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How to Toast Cumin Seeds

Bring Out the Nutty Flavor of Cumin Seeds By Toasting Them

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Toasting your own whole cumin seeds is easy and a great way to add a kick of flavor to dishes. The earthy, rich, slightly smoky flavor of toasted cumin seeds is great sprinkled on almost any dish that contains ground cumin and a tasty way to add a teeny bit of crunch to salads or soups.

1. Start With Whole Cumin Seeds

Cumin Seeds
Photo © Molly Watson

Whole cumin seeds, as opposed to ground cumin, are increasingly available at grocery stores. Look in Mexican or Latin food sections, health food stores, and bulk spice sections.

2. Put Cumin Seeds In a Hot Frying Pan

Toasting Cumin Seeds
Photo © Molly Watson

Heat a small skillet or frying pan over high heat. Once the pan is hot simply add the cumin seeds - no oil - all at once.

3. Shake Those Cumin Seeds!

Cooking and Shaking Cumin Seeds
Photo © Molly Watson

Shake the pan to keep the cumin seeds moving and cook - shaking pretty much constantly - until they darken slightly and the lovely earthy aroma of taosted cumin seeds wafts through your kitchen, about 1 minute.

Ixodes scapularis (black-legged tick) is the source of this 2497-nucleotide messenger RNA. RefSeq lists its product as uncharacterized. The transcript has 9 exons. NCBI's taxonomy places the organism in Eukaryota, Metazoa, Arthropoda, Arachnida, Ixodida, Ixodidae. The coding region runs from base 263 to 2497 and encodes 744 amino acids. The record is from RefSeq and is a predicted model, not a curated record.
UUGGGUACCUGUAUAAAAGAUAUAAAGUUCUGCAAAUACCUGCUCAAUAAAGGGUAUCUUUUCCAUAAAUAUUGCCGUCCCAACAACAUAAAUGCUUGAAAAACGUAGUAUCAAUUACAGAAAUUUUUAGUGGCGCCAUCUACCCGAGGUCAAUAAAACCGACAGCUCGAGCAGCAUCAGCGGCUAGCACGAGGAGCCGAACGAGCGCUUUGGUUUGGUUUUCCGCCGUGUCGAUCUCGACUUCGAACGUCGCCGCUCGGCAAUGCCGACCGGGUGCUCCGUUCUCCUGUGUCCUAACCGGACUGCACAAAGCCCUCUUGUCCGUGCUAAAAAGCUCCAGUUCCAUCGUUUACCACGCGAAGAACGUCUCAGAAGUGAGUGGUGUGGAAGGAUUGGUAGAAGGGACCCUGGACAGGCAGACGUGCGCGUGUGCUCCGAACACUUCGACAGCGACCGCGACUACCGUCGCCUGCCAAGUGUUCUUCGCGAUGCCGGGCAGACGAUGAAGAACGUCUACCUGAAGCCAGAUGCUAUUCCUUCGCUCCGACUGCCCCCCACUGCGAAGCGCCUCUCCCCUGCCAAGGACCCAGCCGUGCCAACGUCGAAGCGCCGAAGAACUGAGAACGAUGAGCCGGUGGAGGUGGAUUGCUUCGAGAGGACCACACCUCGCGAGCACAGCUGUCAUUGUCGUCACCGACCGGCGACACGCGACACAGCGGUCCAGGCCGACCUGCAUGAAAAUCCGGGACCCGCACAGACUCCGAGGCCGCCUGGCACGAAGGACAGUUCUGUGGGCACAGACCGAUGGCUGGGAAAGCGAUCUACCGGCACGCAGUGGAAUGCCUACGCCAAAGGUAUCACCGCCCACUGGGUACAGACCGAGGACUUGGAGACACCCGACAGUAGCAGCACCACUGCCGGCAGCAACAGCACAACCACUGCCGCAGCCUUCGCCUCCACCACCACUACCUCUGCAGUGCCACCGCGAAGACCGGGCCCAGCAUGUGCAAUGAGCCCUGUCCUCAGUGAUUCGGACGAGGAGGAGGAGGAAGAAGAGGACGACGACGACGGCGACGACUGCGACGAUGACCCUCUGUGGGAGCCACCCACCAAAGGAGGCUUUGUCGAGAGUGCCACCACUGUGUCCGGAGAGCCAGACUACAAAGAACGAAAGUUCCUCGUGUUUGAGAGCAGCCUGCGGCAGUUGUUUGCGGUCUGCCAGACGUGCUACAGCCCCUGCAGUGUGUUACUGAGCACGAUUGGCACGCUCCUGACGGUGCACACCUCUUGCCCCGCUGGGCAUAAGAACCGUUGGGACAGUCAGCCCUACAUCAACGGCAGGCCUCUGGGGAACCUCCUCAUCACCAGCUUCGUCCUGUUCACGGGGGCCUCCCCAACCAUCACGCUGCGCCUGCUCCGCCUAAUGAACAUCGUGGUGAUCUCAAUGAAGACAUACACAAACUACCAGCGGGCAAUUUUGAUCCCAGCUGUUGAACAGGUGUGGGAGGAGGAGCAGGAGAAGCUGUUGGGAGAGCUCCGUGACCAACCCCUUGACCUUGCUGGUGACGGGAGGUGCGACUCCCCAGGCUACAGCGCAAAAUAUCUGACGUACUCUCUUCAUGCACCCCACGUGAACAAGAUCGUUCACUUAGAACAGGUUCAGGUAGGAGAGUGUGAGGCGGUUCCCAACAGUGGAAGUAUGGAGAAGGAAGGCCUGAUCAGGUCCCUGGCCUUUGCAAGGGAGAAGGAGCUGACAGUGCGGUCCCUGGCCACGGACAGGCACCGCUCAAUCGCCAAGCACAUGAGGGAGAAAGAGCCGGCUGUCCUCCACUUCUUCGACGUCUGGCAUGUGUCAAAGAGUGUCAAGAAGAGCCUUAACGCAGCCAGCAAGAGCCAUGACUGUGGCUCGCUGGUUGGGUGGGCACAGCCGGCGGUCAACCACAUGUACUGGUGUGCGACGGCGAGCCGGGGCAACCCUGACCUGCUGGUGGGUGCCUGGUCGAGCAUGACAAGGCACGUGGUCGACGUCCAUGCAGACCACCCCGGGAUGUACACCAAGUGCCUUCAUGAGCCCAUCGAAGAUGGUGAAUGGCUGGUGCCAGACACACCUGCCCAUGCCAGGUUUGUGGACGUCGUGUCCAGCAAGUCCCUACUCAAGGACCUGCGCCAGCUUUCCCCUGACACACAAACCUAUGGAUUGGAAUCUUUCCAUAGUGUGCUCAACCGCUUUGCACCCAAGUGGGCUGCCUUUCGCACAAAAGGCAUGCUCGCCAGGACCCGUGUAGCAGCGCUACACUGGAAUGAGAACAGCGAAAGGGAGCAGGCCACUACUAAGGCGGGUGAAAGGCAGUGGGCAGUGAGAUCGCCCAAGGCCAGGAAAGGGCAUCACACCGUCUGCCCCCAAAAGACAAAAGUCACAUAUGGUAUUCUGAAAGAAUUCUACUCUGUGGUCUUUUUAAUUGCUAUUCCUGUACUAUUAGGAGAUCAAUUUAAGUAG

4. Remove Cumin Seeds From Pan

Toasted Cumin Seeds
Photo © Molly Watson

As soon as they are toasted, transfer the cumin seeds to a bowl or mortar and pestle so they cool quickly and stop cooking.

5. Crush Cumin Seeds

Crushing Cumin Seeds
Photo © Molly Watson

You can use the toasted cumin seeds whole, or you can bring out even more flavor by crushing them slightly in a mortar and pestle. If you don't have a mortar and pestle, put the cumin seeds in a plastic bag and crush them with a rolling pin or the bottom of a heavy pan.

You can also make your own toasted ground cumin by whirling the toasted cumin seeds in a clean scrupulously clean coffee grinder (wipe out any coffee grounds, grind 1/4 cup of rice, discard, and wipe clean before grinding spices) or spice grinder.

6. Crushed, Toasted Cumin Seeds

Crushed Cumin Seeds
Photo © Molly Watson

Lightly crushed, toasted cumin seeds can be used to garnish soups and salads, or sprinkled on pretty much any dish that contains ground cumin. I particularly like them in this Fattoush Salad, sprinkled into Beet & Cabbage Borscht, or in Guacamole.

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